I Curse the River of Time

The past is always commingled with the present. Normally this layering feels, even in the uncanny moments, like a pleasing echo—the harmony of what was with what it is. As a parent is dying, however, time's score can become an unraveling dissonance. It certainly is so for Arvid Jansen, the thirty-seven-year-old hero of Per Petterson's new novel. Dealing with his mother's imminent demise requires him to act like an adult; facing her loss makes him, irrevocably, into a child.

 

I Curse the River of Time traces the tension between these two movements with a lugubrious, Norwegian resonance. As in Petterson's IMPAC-winning novel, Out Stealing Horses, the story swallows itself as it goes. Jansen's mother is diagnosed with cancer in 1989; he narrates the story from some distant point in the future; and the book circles back toward Jansen's childhood, as if to discover, in his recollections, a clue to why he never has entirely grown up.

 

Jansen's mother, no doubt, is part of the problem. She looms large in this tale, like one of the bruising fathers of Russell Banks' novels. Stern, staunchly intelligent, unbowed by hard factory labor, she views her sons—of whom there are three, once four—as spoilt children, to whom everything was handed. After her diagnosis is revealed she lights up a cigarette. Then she books passage on a night-ferry to Denmark and the summer home of Arvid's childhood. It is November and bitterly cold.

 

Petterson is a beautiful writer, but it would have been a stretch to call him amusing until now. Jansen's mishaps make it a funny book, though. He drinks himself into paranoia on the ferry and gets into a fight. He shows up at his mother's cottage, broke, with a bottle of too-expensive French whisky. "I heard your thoughts clatter all the way down from the road," his mother calls out. Jansen peels off to sulk in a rowboat and plunges accidentally into the sea. He falls out of a tree. He nearly cuts his leg off trying to chop wood.

 

Quite a bit of this behavior, incidentally, will ring bells for readers who have buried a parent. The drinking, the lurching gestures of goodwill, the swells of narcissism and the guilt which follows, the fear of the loss (and how the mundane creep of illness mocks that fear to a froth), the quicksand of the past, the out-of-body weirdness, the sudden appearance of long-lost family friends. The rage and the sorrow and the regret—but mostly, the regret.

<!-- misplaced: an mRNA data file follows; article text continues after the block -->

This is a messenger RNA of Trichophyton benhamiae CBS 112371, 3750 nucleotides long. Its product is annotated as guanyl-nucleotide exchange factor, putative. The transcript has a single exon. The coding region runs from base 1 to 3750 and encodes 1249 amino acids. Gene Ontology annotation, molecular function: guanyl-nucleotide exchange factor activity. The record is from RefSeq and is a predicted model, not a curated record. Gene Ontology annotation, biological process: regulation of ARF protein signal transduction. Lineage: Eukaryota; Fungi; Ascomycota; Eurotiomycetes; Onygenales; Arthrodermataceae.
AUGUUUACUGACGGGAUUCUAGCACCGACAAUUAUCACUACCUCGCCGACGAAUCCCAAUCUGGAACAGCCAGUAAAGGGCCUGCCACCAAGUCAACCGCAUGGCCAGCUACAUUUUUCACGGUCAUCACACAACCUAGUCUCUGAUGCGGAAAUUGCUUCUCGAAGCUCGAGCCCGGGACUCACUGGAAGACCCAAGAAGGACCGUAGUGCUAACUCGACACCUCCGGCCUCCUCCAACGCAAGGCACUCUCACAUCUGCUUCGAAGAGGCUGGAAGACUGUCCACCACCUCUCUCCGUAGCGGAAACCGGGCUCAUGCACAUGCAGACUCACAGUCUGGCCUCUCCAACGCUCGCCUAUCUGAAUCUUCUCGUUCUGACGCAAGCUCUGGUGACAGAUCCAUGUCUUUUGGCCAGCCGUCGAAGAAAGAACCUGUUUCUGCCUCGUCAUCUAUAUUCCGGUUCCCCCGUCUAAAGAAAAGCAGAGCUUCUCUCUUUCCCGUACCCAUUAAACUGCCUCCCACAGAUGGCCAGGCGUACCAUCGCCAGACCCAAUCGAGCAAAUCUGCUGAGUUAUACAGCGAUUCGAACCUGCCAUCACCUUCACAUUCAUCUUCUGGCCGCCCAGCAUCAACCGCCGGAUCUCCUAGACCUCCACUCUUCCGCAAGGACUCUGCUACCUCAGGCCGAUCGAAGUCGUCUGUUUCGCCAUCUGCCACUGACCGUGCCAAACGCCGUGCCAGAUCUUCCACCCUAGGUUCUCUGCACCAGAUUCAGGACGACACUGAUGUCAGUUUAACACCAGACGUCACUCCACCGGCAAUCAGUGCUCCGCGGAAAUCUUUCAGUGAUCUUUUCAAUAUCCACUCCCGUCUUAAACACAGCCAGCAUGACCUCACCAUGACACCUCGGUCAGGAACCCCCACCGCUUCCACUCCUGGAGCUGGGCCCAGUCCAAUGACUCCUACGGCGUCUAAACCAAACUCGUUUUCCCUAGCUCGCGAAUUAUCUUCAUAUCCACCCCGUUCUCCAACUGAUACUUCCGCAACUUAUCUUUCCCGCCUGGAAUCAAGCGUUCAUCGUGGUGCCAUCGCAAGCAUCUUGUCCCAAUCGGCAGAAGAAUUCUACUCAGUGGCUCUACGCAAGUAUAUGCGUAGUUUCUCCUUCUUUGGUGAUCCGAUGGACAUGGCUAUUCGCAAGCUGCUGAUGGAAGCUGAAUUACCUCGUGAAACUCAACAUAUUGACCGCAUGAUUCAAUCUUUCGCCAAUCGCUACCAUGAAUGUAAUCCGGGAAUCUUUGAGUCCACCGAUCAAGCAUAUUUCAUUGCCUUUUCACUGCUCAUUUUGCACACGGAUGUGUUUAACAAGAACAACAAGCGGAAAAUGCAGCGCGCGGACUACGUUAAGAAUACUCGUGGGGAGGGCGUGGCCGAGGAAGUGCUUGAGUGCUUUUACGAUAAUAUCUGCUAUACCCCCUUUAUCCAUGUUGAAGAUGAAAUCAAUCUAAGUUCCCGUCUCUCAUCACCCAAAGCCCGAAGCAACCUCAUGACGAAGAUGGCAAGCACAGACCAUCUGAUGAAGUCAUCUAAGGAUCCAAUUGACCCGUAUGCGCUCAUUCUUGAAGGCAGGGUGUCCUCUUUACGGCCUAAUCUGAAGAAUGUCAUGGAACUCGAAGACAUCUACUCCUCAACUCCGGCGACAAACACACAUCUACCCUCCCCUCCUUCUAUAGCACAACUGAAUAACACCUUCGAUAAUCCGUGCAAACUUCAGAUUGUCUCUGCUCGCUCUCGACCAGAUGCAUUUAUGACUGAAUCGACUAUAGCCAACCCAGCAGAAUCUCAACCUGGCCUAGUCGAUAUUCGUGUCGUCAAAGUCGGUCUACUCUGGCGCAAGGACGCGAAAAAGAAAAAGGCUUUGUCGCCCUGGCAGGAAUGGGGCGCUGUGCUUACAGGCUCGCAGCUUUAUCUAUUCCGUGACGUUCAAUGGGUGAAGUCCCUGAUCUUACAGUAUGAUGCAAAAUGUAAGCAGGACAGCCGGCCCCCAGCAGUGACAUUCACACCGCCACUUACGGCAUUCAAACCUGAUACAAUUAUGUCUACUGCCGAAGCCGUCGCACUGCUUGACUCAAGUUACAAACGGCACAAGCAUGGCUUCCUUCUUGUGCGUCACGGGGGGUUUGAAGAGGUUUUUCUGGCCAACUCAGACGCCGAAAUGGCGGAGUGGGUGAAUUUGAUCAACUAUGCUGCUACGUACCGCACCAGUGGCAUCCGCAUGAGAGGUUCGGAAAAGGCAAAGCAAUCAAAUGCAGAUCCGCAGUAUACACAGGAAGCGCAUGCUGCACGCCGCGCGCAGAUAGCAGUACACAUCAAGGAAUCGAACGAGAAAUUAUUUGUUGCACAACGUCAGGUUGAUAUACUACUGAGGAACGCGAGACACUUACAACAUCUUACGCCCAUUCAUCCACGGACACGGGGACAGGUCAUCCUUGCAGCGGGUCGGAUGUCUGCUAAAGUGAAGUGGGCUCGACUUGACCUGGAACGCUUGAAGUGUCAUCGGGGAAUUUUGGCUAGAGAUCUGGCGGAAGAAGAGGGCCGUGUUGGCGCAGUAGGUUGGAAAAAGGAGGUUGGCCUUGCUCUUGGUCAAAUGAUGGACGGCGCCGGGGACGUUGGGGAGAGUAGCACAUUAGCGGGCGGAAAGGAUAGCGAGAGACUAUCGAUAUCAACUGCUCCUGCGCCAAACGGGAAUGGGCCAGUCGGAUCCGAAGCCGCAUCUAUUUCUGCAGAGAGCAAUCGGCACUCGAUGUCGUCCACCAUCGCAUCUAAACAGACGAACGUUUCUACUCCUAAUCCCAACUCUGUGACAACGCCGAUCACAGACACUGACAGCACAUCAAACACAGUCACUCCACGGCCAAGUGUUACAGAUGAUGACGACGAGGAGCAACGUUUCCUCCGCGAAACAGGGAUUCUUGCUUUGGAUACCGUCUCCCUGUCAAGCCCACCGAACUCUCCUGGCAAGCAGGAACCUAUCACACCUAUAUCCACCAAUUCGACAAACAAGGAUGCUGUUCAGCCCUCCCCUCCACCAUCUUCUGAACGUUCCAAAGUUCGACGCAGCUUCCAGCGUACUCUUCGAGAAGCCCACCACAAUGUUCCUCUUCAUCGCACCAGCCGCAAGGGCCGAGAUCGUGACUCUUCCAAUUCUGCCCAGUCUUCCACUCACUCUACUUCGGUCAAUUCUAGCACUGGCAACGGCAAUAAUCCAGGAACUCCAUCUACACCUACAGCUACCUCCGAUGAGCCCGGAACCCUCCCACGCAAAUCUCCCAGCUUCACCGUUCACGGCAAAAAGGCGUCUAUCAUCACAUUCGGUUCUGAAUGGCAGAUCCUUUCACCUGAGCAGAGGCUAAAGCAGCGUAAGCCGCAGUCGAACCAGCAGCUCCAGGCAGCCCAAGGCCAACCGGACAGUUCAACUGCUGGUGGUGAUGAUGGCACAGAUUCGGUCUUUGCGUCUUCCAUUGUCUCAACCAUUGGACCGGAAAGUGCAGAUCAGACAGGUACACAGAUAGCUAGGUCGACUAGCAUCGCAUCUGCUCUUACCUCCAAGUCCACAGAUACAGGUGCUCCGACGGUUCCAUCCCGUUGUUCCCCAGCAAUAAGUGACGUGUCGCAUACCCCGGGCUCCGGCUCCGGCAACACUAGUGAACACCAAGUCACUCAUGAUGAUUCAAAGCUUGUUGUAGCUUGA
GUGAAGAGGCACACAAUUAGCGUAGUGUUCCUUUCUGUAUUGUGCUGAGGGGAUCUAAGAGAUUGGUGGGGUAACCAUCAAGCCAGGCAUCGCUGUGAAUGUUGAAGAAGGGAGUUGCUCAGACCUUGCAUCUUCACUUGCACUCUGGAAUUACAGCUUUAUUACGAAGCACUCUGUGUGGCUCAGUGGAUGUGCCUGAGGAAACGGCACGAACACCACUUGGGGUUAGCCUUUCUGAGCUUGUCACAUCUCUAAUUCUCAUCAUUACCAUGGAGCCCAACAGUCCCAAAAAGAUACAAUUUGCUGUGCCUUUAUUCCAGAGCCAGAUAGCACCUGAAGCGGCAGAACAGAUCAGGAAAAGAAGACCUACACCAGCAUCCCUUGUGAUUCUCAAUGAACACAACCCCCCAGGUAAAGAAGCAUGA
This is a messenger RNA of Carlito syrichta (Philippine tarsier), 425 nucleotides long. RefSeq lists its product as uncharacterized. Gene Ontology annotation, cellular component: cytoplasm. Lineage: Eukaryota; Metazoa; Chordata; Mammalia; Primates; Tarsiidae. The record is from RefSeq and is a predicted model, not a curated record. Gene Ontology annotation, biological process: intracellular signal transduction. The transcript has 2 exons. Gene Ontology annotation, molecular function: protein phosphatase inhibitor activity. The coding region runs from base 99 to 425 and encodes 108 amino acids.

Petterson keenly understands, too, that approaching a grief like this doesn't make us better; it only makes us more ourselves. As we fall back into Jansen's memories, he emerges as an awkward, needy boy who cried at movies and flung himself dumbly at Communism in his young adulthood to impress his mother. He even gets a factory job to become a better communist. I Curse the River of Time, the book's title, comes from a poem by Mao, whose portrait Jansen hung above his bed alongside those of Bob Dylan and Joni Mitchell.

 

Similarly, flinging himself into this journey is what, as a son, Jansen feels he ought to do when a mother is sick. The longer Jansen stays, though, the more he realizes he has once again inserted himself back into her life. He works hard to have meaningful moments, and at last they come by accident. One night—after Jansen has already slept off the worst of his previous hangovers—he and his mother drink whiskey on the house deck. She won't admit to being afraid of dying. "But damnit, I don't want to die now," she says.

 

There have been other novels like this one—Andrew Miller's Oxygen and, further back, William Wharton's Dad. Both revolve around a parent's demise and its gravitational, warping pull. But neither of them portrays time in quite so ambitious a way. Petterson has spoken of his debt to Faulkner, and it is manifest in the best possible manner here: the looping, backward swirl of his sentences, the feeling that the past is never past.

 

Even still, few writers have captured the way a parent's death feels personal. An extension of prior betrayals, it can seem like the final one. These are not a son's finest moments. Flailing, drunk, self-absorbed, it's hard to warm up to Jansen. He wants desperately to be acknowledged. It's impossible not to feel for him, though. And to want to say, stay still: the worst is yet to come.


John Freeman is the author of The Tyranny of E-mail, and the editor of Granta.

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